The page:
Oracles and hierophants : constructions of romantic authority /
David G. Riede.
Ithaca : Cornell University Press, 1991.
xi, 283 p. ; 25 cm.
080142626X (cloth) :
More Details
Ithaca : Cornell University Press, 1991.
080142626X (cloth) :
Bentley, G.E. Blake books, Suppl., p. 623
contents note
Blake and the Church Blake, pp. 33-91.
catalogue key
Includes bibliographical references and index.
A Look Inside
Full Text Reviews
Appeared in Choice on 1992-06:
In this latest assault on literature Riede (Ohio State University) draws on the now familiar mixture of Foucault, Eagleton, Lentriccia, Jameson, et al., to redefine romanticism, as a "response to a pervasive and corrosive skepticism, a crisis of authority of all kinds." The vehemently oracular Blake, Wordsworth, and Coleridge, as if disoriented by a prolonged immersion in the mists of Derrida, are here seen as having "profound doubts about their ability to control their own meaning, and thus the process of communication." Although authors are "a hypothetical construct," Riede wishes to study how that construct "is built in specific texts," for this will "contribute to an understanding" of how "literary authority," spurious as deconstruction has revealed it to be, came to be accepted as authentic. Literature has become "a compensation for the suffering and fragmentation imposed by capitalist society. Perhaps, then, the ideological function of Romantic literature of all literature in the modern world is to support the social order even when seeming to oppose it, since literature becomes a means of solace and escape that helps to make life under capitalism bearable." Riede has read prodigiously and argues his case about as well as it can be done. But the result it both depressing and predictable. Graduate libraries might acquire this book as an example of what is now the "cutting edge" in some literary studies. Undergraduates are not likely to get far in a volume addressed to scholars and which consistently mocks the very notion of imagination, genius, truth, beauty, or the existence of a self.-N. Fruman, University of Minnesota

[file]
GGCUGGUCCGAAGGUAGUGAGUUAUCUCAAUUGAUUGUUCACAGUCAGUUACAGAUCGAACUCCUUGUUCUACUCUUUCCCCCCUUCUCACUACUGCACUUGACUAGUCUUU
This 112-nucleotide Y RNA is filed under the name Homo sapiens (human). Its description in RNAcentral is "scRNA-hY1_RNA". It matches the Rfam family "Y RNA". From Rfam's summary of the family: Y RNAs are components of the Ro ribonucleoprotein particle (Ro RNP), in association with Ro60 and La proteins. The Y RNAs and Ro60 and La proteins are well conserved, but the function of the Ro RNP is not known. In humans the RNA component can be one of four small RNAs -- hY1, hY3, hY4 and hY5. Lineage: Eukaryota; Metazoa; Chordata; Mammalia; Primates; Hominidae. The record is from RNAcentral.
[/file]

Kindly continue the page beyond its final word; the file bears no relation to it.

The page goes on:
This item was reviewed in:
Choice, June 1992
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Main Description
Shedding new light on the institutionalization of literature as a kind of secular scripture in the late eighteenth and early nineteenth centuries, David G. Riede explores the ways in which major Romantic poets constructed the authority behind their own writings. He maintains that such seemingly idiosyncratic, iconoclastic writers as Blake, Wordsworth, and Coleridge ultimately insist upon their own authority, even to the point of imaging themselves as priests or churches.

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